In the Journals

Trastuzumab plus adjuvant chemotherapy improved OS, DFS in HER-2–positive positive breast cancer

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November 21, 2014

The addition of trastuzumab to adjuvant chemotherapy conferred “substantial and durable improvement in survival” among women with early-stage, HER-2–positive breast cancer, according to a joint analysis of long-term results from randomized two trials.

“This study reflects that excellent science in collaboration between NCI-sponsored cancer cooperative groups and our patients can clearly help improve standards of care,” Edith A. Perez, MD, director of the breast cancer program at Mayo Clinic in Jacksonville, Fla., and a HemOnc Today Editorial Board member, told HemOnc Today. “Some specifics included a very low rate of local recurrence and serious cardiac side effects, even though all patients received anthracyclines prior to paclitaxel–trastuzumab. This regimen is a well-established standard of care regimen for eligible patients.”

Edith Perez, MD

Edith A. Perez

Perez and colleagues reviewed data from the NCI-sponsored NSABP B-31 and NCCTGN 9831 trials. The trials included a combined 4,046 patients with HER-2–positive operable breast cancer who received doxorubicin and cyclophosphamide followed by paclitaxel with or without the targeted anti–HER-2 monoclonal antibody trastuzumab (Herceptin, Genentech).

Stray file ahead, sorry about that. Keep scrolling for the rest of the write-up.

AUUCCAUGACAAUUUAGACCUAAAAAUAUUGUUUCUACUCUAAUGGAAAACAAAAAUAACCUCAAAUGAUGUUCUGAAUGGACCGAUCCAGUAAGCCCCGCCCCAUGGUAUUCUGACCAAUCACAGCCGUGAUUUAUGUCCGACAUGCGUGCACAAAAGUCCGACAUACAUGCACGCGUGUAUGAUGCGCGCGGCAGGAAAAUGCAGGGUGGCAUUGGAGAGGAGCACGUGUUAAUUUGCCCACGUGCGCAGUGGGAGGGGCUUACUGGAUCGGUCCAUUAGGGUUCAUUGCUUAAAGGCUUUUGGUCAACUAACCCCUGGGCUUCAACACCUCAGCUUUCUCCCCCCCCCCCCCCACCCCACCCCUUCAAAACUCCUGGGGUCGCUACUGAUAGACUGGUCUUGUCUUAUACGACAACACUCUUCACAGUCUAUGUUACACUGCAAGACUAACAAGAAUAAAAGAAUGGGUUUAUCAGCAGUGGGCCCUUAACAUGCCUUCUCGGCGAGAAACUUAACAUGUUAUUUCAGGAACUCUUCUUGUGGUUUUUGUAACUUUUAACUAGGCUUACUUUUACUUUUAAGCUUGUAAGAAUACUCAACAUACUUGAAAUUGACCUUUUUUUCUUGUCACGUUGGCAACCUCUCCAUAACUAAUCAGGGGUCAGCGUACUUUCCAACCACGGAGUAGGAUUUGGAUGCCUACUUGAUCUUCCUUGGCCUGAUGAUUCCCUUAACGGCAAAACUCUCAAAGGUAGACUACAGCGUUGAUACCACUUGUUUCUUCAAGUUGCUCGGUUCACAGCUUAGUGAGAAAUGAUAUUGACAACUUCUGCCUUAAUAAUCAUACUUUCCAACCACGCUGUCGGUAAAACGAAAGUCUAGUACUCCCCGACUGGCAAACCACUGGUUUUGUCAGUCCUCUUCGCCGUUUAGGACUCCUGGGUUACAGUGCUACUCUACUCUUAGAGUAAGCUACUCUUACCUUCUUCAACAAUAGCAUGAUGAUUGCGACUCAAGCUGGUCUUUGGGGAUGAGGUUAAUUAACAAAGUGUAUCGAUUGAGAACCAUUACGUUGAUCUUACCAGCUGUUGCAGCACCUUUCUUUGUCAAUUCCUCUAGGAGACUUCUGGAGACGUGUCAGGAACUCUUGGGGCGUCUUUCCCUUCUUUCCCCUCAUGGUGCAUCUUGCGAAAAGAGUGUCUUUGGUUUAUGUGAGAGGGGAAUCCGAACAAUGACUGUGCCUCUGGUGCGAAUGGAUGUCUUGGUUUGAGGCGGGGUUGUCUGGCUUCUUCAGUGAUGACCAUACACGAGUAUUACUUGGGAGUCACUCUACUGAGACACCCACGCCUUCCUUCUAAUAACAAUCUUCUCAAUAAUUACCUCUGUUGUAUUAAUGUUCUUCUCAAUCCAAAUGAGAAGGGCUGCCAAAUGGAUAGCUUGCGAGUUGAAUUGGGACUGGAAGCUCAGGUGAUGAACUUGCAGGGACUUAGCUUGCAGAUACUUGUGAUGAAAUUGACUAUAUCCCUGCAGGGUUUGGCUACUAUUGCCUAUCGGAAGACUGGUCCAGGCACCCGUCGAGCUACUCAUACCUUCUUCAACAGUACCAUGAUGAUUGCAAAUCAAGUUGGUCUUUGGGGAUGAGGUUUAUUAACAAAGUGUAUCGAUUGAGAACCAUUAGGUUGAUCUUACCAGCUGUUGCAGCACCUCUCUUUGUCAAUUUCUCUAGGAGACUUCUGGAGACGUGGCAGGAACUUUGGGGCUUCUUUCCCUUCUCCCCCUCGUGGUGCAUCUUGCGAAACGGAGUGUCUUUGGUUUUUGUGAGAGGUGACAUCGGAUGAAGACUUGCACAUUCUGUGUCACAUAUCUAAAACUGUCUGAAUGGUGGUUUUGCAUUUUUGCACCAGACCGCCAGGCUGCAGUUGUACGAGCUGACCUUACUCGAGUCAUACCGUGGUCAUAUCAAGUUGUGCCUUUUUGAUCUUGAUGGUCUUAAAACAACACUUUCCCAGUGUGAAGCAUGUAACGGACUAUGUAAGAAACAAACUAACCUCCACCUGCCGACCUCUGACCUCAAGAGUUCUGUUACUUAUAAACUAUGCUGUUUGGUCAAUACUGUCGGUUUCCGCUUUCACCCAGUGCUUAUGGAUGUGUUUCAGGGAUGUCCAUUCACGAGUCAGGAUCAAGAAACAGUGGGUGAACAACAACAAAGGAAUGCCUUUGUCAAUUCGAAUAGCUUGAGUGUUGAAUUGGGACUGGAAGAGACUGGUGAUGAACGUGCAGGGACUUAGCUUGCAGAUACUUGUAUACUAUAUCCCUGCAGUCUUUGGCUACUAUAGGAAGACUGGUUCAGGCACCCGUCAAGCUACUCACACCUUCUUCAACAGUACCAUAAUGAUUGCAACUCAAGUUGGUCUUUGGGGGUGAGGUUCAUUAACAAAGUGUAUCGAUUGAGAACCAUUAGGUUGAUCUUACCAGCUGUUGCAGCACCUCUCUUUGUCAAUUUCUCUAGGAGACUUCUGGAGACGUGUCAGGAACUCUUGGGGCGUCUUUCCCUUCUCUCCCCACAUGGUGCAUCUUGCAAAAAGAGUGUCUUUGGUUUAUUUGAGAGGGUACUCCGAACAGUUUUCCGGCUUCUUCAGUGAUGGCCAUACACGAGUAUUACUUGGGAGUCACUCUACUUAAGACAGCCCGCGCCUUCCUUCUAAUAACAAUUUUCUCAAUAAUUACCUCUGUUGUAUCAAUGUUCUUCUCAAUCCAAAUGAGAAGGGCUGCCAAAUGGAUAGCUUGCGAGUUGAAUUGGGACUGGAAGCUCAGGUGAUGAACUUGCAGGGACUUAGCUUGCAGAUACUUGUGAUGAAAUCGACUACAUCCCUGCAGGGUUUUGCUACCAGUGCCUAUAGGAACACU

Interim analyses showed reductions in DFS events and trends toward improved OS with trastuzumab. In the current study, Perez and colleagues sought to assess definitive OS results and also provide an update on DFS.

Median follow-up was 8.4 years. Researchers determined the addition of trastuzumab to adjuvant chemotherapy was associated with a 37% relative improvement in OS (HR=0.63; 95% CI, 0.54-0.73). Ten-year OS was 84% among patients who received trastuzumab vs. 75.2% for those who did not.

All patient subgroups benefitted from the addition of trastuzumab to treatment, results showed. HRs for OS were 0.62 (95% CI, 0.52-0.73) among patients with ER-negative and PR-negative tumors, and 0.61 (95% CI, 0.51-0.72) for patients with ER-positive and/or PR-positive tumors.

Researchers also reported a 40% improvement in DFS (HR=0.6; 95% CI, 0.53-0.68). Ten-year DFS was 73.7% among patients who received trastuzumab and 62.2% for those who did not.

Disclosure: The researchers report consultant/advisory roles with, research funding and/or honoraria from, and employment/leadership positions with Amgen, Bristol-Myers Squibb, Genentech, Novartis, Pfizer, Roche and Sanofi-Aventis.

Edith A. Perez, MD, can be reached at Mayo Clinic, 4500 Pablo Professional Court, Jacksonville, FL 32224; email: perez.edith@mayo.edu.

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